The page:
What is ecclesiastical authority?
The Urantia Book defines ecclesiastical authority in terms of religious sovereignty.
(1487.3) 134:4.6 The kingdom of heaven in the hearts of men will create religious unity (not necessarily uniformity) because any and all religious groups composed of such religious believers will be free from all notions of ecclesiastical authority — religious sovereignty.
Religious sovereignty is related to the authority structure of a religious group. When a nation is sovereign it has its own structure of authority and control, and can determine its own destiny – the same goes for religious groups.
(1487.1) 134:4.4 Religious peace — brotherhood — can never exist unless all religions are willing to completely divest themselves of all ecclesiastical authority and fully surrender all concept of spiritual sovereignty. God alone is spirit sovereign.
When someone tells you that God or some extra-mortal intermediary of God is speaking through them to tell you what to do, they are asserting low-level ecclesiastical authority – attempting to hijack the direct spiritual connection that each individual has with God.
On the group level, this applies to groups who teach that God specially favors them, or that they are the only ones God cares about – the “chosen people” mentality. People who belong to such groups often feel that they have the right to impose themselves on other individuals as ecclesiastical authorities, and the group as a whole will tend to desire authority over other groups.
(1487.6) 134:4.9 Freewill beings who regard themselves as equals, unless they mutually acknowledge themselves as subject to some supersovereignty, some authority over and above themselves, sooner or later are tempted to try out their ability to gain power and authority over other persons and groups. The concept of equality never brings peace except in the mutual recognition of some overcontrolling influence of supersovereignty.
Why do we have ecclesiastical authorities?
Since the usual plan for planetary evolution includes superhuman leaders, the desire for celestial help is a part of our genetic programming.
(1008.7) 92:5.5 Most great religious epochs have been inaugurated by the life and teachings of some outstanding personality; leadership has originated a majority of the worth-while moral movements of history. And men have always tended to venerate the leader, even at the expense of his teachings; to revere his personality, even though losing sight of the truths which he proclaimed. And this is not without reason; there is an instinctive longing in the heart of evolutionary man for help from above and beyond. This craving is designed to anticipate the appearance on earth of the Planetary Prince and the later Material Sons. On Urantia man has been deprived of these superhuman leaders and rulers, and therefore does he constantly seek to make good this loss by enshrouding his human leaders with legends pertaining to supernatural origins and miraculous careers.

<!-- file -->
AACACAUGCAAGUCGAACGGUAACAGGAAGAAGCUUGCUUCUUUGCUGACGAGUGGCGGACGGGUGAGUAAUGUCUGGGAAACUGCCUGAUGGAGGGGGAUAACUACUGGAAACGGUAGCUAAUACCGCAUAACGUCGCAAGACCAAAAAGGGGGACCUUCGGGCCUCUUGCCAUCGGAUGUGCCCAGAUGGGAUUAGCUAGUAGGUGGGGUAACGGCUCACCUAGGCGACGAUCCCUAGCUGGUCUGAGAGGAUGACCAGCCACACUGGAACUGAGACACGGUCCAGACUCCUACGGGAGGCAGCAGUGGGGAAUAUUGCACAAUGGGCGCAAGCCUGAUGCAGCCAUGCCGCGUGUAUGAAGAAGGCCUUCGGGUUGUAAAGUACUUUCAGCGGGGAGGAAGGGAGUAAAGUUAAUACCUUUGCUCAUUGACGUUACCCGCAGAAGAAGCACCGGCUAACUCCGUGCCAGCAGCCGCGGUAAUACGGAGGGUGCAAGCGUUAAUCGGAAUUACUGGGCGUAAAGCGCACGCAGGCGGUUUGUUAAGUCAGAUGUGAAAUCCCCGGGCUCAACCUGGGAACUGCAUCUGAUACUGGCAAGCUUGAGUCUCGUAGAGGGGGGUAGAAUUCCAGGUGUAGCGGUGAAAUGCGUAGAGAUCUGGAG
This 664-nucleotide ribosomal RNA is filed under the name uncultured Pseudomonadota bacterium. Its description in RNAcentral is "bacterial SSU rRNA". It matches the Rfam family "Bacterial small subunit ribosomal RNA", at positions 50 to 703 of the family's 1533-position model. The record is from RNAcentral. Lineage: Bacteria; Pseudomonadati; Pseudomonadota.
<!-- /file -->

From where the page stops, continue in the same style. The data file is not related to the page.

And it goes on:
This built-in desire explains why so many are attracted to charismatic religious leaders who claim to be in touch with superhuman or supernatural powers. Such leaders are creating their own religious authority structure and anointing themselves with ecclesiastical authority over their followers. Even if the leader acknowledges God’s authority, the leader’s claim of authority still alters the only legitimate structure: God over the individual.
Characteristics and behaviors of ecclesiastical authorities
There are degrees of ecclesiastical authority, from the humble priest who serves his congregation to the cult-of-personality egomaniac who uses his followers to accrue wealth and power – the latter having the potential to be extremely dangerous. Why so dangerous? Because the belief that you have been granted authority by divine forces maximizes egoism and virtually removes the behavior controls and basic respect for others that a normal human has. The “divine” authoritarian’s desire for control over others has been kicked into overdrive. He becomes a devotee of the greatest of all errors.
(614.3) 54:1.8 There is no error greater than that species of self-deception which leads intelligent beings to crave the exercise of power over other beings for the purpose of depriving these persons of their natural liberties. The golden rule of human fairness cries out against all such fraud, unfairness, selfishness, and unrighteousness. Only true and genuine liberty is compatible with the reign of love and the ministry of mercy.